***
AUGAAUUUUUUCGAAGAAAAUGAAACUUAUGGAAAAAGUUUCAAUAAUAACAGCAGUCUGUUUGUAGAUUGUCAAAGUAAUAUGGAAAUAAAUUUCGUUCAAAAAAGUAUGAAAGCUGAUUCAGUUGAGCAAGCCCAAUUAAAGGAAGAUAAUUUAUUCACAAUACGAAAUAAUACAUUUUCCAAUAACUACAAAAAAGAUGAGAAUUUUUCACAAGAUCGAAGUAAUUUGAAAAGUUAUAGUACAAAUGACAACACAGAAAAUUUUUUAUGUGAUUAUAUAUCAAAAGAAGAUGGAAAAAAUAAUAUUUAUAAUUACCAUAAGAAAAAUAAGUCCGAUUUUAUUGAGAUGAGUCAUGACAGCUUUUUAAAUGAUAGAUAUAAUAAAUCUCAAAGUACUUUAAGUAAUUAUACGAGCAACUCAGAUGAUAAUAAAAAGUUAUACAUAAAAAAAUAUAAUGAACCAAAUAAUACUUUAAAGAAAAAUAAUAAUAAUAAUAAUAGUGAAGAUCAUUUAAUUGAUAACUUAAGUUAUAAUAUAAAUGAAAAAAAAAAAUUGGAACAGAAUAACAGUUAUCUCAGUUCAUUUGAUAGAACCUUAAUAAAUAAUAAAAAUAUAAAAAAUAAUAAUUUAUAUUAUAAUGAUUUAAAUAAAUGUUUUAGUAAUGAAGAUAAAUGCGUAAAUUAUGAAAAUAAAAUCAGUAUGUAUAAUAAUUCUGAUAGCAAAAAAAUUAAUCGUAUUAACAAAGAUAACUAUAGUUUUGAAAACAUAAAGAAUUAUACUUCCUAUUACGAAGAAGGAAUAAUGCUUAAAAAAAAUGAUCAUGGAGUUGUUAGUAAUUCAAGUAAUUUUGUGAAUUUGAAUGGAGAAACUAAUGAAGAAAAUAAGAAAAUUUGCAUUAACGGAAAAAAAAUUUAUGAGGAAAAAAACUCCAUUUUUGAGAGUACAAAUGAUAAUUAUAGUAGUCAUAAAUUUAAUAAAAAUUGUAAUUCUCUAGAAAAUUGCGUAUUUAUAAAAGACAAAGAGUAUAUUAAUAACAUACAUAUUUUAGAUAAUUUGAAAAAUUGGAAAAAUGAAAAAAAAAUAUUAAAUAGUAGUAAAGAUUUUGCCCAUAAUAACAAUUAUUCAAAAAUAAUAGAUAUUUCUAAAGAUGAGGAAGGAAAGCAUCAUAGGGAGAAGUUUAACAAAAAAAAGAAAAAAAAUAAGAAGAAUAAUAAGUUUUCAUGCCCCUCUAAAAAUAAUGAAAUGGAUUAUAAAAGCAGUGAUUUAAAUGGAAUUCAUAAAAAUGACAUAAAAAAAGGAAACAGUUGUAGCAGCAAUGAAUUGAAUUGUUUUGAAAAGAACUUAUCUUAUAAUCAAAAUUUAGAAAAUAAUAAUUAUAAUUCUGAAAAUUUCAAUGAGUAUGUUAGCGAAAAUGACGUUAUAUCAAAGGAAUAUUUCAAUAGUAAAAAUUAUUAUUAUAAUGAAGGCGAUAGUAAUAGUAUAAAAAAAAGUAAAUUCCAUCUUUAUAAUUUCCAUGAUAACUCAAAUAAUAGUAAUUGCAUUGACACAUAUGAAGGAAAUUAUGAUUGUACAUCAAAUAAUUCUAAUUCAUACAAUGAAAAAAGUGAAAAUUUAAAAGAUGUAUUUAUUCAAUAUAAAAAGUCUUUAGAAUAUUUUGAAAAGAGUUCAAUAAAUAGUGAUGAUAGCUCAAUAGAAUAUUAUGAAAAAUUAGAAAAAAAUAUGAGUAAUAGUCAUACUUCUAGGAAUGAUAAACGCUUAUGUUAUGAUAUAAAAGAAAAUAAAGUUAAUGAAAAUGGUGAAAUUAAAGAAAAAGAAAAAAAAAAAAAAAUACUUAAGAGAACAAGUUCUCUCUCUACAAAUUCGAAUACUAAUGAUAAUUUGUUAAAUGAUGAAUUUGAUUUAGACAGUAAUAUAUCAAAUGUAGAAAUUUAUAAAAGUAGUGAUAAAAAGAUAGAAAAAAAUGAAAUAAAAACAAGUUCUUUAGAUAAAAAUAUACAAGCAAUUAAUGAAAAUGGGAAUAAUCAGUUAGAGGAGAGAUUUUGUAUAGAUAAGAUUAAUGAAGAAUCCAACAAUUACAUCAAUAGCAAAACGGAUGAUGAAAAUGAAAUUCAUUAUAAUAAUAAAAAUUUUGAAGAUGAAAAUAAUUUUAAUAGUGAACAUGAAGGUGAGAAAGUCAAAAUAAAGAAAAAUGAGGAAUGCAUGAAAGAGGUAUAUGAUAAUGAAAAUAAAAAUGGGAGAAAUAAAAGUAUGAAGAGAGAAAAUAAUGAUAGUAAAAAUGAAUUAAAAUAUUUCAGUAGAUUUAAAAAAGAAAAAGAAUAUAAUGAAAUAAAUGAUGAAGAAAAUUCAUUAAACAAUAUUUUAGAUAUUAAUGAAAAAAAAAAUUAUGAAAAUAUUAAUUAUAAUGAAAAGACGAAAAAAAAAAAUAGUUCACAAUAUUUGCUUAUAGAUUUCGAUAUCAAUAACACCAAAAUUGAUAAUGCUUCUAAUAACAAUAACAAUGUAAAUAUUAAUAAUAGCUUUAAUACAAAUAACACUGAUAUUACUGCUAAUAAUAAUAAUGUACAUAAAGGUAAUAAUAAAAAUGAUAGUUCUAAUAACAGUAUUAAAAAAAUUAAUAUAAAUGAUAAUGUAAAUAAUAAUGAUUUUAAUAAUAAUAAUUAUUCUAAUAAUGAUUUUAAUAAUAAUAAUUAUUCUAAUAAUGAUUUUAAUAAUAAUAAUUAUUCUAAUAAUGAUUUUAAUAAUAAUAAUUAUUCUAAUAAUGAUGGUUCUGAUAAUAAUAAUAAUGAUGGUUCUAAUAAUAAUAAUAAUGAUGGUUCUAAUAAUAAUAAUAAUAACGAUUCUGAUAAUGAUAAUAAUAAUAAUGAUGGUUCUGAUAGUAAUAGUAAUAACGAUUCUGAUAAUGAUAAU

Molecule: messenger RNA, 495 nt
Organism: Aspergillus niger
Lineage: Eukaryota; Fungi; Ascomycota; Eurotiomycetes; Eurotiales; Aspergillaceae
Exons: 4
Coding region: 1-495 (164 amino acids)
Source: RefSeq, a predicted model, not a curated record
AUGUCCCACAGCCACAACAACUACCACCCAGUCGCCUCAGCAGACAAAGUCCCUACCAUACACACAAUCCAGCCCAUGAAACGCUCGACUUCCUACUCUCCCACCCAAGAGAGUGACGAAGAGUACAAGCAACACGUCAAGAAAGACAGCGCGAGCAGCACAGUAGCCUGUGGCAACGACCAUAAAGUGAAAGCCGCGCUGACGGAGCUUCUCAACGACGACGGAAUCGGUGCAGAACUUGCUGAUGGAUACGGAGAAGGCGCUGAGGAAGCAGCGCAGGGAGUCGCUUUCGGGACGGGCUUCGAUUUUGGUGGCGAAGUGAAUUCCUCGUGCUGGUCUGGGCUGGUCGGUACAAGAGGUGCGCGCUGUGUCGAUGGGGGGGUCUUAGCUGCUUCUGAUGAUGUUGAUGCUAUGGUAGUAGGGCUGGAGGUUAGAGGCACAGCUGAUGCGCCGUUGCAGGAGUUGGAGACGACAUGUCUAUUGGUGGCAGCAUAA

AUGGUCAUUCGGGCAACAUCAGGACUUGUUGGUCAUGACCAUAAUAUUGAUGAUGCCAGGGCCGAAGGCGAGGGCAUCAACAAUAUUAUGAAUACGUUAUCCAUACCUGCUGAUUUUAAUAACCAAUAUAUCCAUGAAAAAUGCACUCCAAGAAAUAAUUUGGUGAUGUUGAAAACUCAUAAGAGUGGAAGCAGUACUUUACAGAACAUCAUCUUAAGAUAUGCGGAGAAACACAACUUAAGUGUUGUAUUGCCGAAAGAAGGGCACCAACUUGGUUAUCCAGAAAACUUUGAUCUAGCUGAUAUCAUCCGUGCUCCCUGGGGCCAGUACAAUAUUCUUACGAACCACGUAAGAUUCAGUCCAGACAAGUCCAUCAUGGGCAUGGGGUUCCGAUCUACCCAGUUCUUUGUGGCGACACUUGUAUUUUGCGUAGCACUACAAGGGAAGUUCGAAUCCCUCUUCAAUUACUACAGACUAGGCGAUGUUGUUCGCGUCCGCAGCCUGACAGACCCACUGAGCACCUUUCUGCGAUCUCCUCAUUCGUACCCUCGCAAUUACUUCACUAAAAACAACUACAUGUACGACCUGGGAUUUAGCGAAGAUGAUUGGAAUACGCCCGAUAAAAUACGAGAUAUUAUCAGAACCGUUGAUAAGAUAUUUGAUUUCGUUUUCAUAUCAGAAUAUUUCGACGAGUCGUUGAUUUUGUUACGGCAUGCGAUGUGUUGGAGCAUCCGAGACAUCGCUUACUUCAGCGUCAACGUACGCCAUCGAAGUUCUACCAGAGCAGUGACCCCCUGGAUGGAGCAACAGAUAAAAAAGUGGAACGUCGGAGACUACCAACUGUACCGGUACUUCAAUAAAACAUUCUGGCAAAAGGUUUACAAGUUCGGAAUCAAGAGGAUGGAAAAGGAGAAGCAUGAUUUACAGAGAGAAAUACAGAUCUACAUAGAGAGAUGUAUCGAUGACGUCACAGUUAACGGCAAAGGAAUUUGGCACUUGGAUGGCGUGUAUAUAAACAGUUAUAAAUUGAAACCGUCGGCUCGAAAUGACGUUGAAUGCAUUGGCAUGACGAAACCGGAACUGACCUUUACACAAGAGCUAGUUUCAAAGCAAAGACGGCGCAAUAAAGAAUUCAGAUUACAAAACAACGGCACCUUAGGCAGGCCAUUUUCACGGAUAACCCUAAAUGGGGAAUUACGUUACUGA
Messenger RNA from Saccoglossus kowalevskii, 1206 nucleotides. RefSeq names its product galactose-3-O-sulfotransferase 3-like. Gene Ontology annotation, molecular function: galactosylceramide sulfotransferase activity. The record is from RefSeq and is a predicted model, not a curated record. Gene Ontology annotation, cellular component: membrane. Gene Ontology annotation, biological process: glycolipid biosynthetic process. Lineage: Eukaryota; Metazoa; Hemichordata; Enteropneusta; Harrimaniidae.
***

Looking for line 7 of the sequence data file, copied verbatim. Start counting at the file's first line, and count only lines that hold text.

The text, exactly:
Source: RefSeq, a predicted model, not a curated record